Friday, April 4, 2008

What is "unsolicited" ?

Alex Epstein, another professional writer with a blog I love, was nice enough to link to me on his site. He also posed a question in response to my post about unsolicited material:

Okay, Amanda, but define "unsolicited." Because even Big Five agents will read a baby writer if they for some reason think you are the Next Hot Thing.

I guess the real question is, "How do you get solicited," short of wearing hot pants and hanging out on Sunset Boulevard after dark?

Dude, let's be this town, you need hot pants more than you need Final Draft. :)

Unsolicited, to me, means that the agent does not know you and did not ask you to send your script. Yes, surely big five agents want to read the Next Hot Thing. But the Next Hot Thing according to whom? You may think you're crazy awesome, but they're not going to take your word for it -you need to be referred. If a manager, studio exec, producer, client or another agent recommends your script, they'll read it. If you're lucky, maybe a relative or friend or hairstylist's ex-fiancee could get you in this door (we've all heard the stories)...but generally we work off of industry referrals. An assistant might recommend something to his/her boss, but this is tricky; it takes a while to develop the relationship necessary to ask your boss to do this. And you'd better be sure you're recommending something good, because if your boss thinks the script is crap, they're probably not going to trust your judgment or read any of your referrals again. Some agency assistants (especially aspiring agents) certainly want to impress their boss by finding the Next Hot Thing - but they want to be confident about it.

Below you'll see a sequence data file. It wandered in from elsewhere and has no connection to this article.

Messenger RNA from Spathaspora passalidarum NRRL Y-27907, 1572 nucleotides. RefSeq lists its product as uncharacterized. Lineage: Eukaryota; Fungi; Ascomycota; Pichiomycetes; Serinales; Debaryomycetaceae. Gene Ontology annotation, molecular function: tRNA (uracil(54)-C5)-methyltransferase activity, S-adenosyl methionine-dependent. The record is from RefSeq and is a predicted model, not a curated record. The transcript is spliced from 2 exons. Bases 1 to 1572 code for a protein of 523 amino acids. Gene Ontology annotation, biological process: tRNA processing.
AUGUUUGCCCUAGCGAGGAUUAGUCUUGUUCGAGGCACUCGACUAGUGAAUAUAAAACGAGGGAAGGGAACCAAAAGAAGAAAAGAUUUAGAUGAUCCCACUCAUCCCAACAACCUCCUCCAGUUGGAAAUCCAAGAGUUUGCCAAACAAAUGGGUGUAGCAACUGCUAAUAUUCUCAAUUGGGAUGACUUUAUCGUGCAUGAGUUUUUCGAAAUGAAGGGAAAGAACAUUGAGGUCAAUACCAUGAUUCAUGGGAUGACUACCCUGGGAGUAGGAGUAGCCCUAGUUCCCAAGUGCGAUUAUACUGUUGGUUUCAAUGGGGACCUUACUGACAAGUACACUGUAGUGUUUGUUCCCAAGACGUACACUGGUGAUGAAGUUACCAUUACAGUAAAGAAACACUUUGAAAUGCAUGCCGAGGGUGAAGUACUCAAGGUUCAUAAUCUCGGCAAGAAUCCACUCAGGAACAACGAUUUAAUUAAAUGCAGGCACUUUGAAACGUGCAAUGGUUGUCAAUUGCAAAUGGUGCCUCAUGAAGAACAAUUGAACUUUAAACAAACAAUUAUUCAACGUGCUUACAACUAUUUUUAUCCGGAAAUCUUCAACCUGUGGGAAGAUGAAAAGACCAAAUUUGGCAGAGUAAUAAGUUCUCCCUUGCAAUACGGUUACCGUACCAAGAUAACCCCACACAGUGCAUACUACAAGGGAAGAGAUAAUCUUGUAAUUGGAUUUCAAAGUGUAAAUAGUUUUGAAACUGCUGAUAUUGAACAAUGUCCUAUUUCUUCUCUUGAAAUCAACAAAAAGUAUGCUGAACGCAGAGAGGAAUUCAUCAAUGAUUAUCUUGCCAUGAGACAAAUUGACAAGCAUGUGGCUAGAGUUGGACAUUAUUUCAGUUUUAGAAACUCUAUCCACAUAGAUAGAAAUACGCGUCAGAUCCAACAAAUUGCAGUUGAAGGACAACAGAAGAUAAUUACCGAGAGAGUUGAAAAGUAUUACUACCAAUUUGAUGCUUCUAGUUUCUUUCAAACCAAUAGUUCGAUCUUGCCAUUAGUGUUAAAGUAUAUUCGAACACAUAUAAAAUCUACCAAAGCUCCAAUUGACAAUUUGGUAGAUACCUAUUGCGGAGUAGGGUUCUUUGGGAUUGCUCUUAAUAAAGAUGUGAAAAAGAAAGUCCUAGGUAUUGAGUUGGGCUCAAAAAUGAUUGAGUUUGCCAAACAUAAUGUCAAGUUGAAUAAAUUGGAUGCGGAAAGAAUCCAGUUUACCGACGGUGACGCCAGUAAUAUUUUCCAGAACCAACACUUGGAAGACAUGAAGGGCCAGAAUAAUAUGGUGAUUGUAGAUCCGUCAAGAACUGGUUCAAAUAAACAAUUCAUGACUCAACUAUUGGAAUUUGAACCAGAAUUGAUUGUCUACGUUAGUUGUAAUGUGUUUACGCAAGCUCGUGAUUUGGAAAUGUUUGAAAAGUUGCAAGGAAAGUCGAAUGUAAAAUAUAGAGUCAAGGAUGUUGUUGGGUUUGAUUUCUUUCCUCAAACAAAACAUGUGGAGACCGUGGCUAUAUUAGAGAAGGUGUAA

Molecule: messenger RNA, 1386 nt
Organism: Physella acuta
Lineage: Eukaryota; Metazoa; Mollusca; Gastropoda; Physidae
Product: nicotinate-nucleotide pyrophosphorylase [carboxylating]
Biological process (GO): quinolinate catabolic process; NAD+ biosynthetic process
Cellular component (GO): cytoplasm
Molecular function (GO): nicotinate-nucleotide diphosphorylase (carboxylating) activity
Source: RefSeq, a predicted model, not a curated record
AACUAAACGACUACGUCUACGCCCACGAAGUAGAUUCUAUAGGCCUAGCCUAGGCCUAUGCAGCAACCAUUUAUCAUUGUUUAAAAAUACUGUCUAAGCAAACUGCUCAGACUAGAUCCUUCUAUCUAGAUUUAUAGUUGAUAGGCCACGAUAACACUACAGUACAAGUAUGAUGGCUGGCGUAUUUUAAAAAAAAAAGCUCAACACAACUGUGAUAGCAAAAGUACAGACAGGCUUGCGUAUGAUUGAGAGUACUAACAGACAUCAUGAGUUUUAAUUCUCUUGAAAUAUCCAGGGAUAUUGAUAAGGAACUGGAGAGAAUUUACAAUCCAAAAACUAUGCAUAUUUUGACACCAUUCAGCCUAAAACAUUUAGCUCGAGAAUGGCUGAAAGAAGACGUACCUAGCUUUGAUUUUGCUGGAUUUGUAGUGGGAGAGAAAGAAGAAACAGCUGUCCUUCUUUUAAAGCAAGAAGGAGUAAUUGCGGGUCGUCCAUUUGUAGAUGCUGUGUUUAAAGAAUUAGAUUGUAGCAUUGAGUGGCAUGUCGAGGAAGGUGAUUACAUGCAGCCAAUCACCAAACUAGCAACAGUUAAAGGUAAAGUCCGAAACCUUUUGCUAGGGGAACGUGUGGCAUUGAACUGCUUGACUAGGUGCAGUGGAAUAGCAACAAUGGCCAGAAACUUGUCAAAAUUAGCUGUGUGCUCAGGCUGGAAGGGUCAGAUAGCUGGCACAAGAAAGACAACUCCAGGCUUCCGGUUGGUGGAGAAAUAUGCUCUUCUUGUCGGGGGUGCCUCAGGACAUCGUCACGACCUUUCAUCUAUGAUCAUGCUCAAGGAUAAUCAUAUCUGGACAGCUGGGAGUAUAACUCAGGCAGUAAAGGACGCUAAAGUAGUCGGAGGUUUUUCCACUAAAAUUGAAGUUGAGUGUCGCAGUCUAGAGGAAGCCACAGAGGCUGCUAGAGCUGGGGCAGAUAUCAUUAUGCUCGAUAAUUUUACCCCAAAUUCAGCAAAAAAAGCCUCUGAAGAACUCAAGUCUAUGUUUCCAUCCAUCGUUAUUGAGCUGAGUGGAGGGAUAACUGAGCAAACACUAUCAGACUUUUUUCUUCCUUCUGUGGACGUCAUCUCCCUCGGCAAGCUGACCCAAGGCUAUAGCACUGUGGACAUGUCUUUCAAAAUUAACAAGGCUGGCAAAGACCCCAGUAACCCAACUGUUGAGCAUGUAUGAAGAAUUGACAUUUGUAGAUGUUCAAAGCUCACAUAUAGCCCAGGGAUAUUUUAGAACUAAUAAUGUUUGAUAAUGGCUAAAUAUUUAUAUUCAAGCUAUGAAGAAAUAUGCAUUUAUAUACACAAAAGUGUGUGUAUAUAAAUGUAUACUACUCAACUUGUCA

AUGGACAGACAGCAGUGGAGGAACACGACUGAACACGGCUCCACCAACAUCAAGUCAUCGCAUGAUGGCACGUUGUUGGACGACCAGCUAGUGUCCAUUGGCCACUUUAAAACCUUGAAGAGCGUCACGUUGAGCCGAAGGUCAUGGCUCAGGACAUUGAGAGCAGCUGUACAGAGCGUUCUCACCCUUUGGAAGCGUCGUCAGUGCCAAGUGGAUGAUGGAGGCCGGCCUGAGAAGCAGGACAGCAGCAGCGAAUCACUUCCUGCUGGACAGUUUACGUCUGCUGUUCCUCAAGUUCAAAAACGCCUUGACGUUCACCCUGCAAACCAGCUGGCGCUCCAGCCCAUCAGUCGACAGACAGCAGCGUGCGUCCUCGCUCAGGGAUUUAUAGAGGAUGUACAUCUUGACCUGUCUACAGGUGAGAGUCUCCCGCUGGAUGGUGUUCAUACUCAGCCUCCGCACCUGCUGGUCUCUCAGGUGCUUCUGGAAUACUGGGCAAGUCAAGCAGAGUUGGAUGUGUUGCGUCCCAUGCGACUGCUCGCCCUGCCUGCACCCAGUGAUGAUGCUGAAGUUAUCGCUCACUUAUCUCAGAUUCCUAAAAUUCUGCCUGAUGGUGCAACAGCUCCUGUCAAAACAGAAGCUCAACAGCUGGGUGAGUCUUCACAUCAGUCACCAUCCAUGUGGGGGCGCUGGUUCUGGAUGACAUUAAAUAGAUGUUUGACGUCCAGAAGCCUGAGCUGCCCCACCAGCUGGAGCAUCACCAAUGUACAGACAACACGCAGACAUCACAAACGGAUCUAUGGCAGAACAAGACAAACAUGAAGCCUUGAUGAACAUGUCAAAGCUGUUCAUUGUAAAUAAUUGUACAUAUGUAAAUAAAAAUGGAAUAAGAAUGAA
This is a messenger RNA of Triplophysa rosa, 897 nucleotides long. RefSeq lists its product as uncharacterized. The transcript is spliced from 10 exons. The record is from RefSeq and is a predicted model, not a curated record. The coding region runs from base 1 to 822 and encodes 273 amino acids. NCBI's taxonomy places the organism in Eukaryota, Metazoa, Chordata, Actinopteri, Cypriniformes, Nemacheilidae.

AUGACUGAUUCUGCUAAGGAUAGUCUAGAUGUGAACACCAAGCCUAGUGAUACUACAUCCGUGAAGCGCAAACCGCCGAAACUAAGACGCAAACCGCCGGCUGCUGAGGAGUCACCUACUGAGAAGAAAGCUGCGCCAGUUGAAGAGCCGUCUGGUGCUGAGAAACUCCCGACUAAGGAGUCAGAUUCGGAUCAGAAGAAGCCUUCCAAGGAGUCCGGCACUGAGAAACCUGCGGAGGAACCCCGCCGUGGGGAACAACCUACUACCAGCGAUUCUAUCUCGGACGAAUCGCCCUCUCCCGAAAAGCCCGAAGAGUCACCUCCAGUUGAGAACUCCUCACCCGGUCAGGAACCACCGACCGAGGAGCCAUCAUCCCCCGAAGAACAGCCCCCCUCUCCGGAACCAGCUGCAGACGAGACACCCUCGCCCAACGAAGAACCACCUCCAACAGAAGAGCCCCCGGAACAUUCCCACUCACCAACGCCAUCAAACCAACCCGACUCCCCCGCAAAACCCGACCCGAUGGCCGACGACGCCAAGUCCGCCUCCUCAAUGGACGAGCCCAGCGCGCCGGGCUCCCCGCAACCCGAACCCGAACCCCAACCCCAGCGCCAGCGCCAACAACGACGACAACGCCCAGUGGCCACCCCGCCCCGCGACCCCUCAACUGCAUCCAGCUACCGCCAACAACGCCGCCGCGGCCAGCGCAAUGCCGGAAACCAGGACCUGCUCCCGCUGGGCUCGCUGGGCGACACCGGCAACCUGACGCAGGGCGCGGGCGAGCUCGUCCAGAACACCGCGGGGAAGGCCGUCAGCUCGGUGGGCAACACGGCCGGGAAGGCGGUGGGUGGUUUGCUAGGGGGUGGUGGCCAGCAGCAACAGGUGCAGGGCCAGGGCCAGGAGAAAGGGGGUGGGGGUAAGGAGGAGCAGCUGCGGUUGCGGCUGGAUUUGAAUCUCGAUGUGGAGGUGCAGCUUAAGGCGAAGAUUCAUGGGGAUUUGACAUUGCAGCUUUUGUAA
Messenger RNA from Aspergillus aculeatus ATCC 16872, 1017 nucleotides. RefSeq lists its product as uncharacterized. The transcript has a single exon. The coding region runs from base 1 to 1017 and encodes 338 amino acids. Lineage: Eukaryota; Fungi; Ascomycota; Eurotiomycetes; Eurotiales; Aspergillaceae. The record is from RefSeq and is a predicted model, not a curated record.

There are a couple other ways to get noticed by agents, like winning the Nicholls or making a film that's screened at a USC or UCLA event that agents are invited to. But generally, big agents are not scouring the earth for great undiscovered talent.

Please keep in mind that this blog is all my observations as I try to carve a path towards TV-writerdom. I'm still learning and I'm not an expert by any means, but I'm happy to share what I've found. I promise I will get to all of your questions and emails soon!

1 comment:

joshm said...

Amanda - I think it's great that you're providing people with this kind of information, and in such a direct way. The only thing I'll add is that to get an agent to move, you usually have to create some kind of heat on your own. Having a great script is good, but it's better to get a reading, or a screening, or blogged about, or whatever. You have to manufacture a moment...a starting gun...something to let reps know that you're going to get signed in the next week, and they should probably get off their ass.

For me, my play was in a festival and I had the coordinator email maybe two dozen agents. A handful showed up, but nearly every one requested the script. I met with two that week and both offered to rep me. I'm absolutely positive that neither would have done so on the strength of the script alone. It was the event, the reading, that forced them to make a commitment. Create some heat for yourself, do it publicly, and take back some of the power.